Mindfulness-based stress reduction (MBSR) was developed by Dr. Jon Kabat-Zinn at the University of Massachusetts Medical center during the 1970s. He also has a free audio teaching 'How to Reduce Stress, Relieve Anxiety, and Enhance Your Focus.  MBSR trains attention by cultivating non-judgmental awareness of bodily sensation and the result is a reduction of stress and anxiety, improved sense of well-being, increased awareness of self and behavior, greater emotional regulation and conscious choice of our actions. One type of meditation you might respond well with is somatic meditation.

What is Somatic Meditation?

Somatic Meditation involves a bottom-up process, where we connect with our wakefulness already present within the body itself.

In contrast to conventional approaches that emphasize entry through the intentional thinking of the conscious mind and following conceptual instruction templates, Somatic Meditation develops a meditative consciousness that is accessed through the feelings, sensations, somatic intuition, and felt sense of the body itself. Somatic meditation is simply trying to tune into the basic awareness of the body. Put in Buddhist terms, the human body, is already and always abiding in the meditative state, the domain of awakening, and we are just trying to gain entry into that. This bottom-up somatic approach to the meditative process throws into bold relief the way in which conventional, top-down approaches are too often little more than mental projections—in Trungpa Rinpoche’s language, mental gymnastics.

In the direct, non-conceptual approach of Somatic Meditation, the practitioner is able to meet his or her own experience in a direct, naked, and totally accessible way. Importantly, it is only this kind of unmediated experience that brings about lasting transformation.

With Somatic Meditation, the meditative state is not found outside, above, or in some other place; it is discovered as the most essential and profound reality of this very human body of ours, just waiting for us to awaken to it. In somatic meditation, the focus is on your internal sensations. The meditation object can be your breath, the sensation of blood flowing rhythmically through your body, the energy tingling in your fingers and toes, or any of the vast sensory information being transmitted from your body to your brain. Can Somatic Meditation Help PTSD? Somatic Meditation can be used to treat people suffering from Post-Traumatic Stress Disorder (PTSD), by integrating physical awareness into the psychotherapeutic process, without the need to recall traumatic events explicitly. Rather, it is encouraged to focus on releasing tensions from the body[1] by paying attention to positive sensations first and only in a second phase to the balance between positive/pleasant sensations and learning to tolerate the negative/unpleasant sensations. Parker et al.[2] offered one 75‐minute session to 204 survivors of the 2004 tsunami in southern India. Out of the 150 participants who completed the follow‐up assessments 4 and 8 months later, 90% of the participants reported either significant improvement or being completely free of symptoms of intrusion, arousal, and avoidance, based on the Impact of Events Scale. For an example of a guided somatic meditation online, you might want to listen to this one by Reggie Ray Ph.D. He is the author of The Awakening Body: Somatic Meditation for Discovering Our Deepest Life and Somatic Descent: How to Unlock the Deepest Wisdom of the Body. He also has an online course available where he teaches what he learned from Trungpa Rinpoche, the monk who had 'been struck by the lightning bolt of the awakened state—the space around him was electric, and he taught us many ways to experience the awakened state within our everyday lives, bringing that fresh explosion of life force right into each precious moment.' Dr. Ray studied closely with Trungpa Rinpoche from 1970 until Trungpa’s death in 1987. Ray’s life is devoted to carrying forward Trungpa’s living lineage and transmitting it to others, which led him to cofound Dharma Ocean Foundation in 2004. Ray’s exploration of Tibetan Buddhism has spanned a 50-year period, including 40 years teaching meditation, 35 years teaching Buddhism at the university level, and accumulating over 10 years time in solitary and group meditation retreats.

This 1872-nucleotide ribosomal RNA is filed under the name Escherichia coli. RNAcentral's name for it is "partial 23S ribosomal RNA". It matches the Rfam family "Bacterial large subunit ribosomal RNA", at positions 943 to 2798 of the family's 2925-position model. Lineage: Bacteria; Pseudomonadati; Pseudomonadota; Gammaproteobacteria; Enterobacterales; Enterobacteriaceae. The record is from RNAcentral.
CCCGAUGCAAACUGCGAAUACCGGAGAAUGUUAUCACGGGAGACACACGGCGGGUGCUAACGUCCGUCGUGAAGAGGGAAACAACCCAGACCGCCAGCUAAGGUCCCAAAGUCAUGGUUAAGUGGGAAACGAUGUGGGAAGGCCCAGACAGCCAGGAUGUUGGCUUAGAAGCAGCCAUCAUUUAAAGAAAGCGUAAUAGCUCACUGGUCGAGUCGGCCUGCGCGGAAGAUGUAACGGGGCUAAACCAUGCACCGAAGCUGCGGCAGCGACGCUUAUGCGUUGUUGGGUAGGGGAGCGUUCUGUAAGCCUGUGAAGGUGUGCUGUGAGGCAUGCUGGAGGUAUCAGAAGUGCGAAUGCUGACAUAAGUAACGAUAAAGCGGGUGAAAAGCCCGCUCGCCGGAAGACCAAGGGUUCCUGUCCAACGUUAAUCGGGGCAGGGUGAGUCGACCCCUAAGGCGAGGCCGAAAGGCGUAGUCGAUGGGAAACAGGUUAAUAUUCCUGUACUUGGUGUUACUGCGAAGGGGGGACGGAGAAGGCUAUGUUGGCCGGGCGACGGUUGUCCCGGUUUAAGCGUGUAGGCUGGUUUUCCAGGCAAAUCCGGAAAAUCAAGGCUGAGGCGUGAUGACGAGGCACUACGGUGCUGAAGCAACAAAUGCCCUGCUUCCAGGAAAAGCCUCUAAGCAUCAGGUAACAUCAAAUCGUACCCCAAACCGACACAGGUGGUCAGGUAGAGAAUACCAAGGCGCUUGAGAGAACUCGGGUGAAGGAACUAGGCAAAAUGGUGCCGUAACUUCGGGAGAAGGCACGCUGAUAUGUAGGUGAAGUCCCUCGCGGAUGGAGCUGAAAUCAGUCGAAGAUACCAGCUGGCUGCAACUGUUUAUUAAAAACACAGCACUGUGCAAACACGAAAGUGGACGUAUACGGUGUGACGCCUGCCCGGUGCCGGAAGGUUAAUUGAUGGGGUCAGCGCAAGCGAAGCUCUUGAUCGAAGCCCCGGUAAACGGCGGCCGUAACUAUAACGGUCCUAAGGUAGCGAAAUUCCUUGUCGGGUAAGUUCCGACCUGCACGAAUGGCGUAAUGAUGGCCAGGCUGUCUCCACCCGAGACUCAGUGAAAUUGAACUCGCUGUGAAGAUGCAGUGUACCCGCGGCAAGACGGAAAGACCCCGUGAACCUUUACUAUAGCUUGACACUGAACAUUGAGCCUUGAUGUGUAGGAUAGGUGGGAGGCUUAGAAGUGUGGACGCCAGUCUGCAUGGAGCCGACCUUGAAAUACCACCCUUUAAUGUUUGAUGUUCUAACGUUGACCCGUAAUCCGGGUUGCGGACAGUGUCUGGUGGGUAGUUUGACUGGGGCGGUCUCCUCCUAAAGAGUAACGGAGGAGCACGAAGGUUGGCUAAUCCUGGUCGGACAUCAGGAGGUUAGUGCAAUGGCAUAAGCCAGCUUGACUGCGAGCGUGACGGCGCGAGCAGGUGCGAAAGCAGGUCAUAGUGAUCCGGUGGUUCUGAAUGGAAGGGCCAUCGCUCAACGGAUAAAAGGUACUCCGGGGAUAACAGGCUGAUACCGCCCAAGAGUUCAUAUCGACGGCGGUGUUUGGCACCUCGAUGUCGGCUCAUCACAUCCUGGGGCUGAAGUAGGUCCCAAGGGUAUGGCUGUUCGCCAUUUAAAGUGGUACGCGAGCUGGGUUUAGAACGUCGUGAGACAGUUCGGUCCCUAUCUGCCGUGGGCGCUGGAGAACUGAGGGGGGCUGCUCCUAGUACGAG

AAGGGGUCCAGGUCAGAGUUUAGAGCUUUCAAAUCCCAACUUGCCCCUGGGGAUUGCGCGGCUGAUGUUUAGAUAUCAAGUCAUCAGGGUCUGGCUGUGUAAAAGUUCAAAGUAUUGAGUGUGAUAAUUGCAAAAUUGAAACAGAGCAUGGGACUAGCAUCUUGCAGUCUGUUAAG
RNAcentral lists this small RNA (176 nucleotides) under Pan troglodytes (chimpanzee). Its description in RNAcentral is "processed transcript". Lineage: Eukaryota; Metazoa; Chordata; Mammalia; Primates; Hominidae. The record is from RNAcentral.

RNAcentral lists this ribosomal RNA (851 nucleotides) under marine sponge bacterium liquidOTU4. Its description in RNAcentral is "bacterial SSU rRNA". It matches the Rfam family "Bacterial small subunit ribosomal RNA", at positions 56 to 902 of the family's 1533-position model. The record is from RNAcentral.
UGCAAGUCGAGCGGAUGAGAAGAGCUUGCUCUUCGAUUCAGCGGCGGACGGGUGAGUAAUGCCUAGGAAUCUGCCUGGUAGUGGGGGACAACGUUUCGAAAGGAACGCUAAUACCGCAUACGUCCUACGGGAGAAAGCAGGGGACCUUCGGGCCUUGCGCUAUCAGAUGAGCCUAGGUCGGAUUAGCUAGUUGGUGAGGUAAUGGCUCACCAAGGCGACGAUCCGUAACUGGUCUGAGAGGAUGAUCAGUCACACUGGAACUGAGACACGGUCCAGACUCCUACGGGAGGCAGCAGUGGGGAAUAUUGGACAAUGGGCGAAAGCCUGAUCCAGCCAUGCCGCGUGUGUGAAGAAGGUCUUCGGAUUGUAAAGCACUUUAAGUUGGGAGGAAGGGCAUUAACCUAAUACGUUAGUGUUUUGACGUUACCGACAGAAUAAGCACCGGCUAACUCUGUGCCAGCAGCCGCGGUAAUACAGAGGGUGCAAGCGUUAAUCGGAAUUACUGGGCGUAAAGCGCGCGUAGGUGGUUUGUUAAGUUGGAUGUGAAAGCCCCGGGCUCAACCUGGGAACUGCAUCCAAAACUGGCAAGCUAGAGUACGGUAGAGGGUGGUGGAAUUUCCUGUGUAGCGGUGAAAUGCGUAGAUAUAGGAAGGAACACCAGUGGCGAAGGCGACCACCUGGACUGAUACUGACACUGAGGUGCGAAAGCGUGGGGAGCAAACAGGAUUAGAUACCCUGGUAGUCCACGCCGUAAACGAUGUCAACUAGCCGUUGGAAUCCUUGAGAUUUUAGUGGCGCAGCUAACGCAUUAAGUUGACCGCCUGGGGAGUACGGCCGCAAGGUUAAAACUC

13 Benefits Gained by Attending Meditation Retreats

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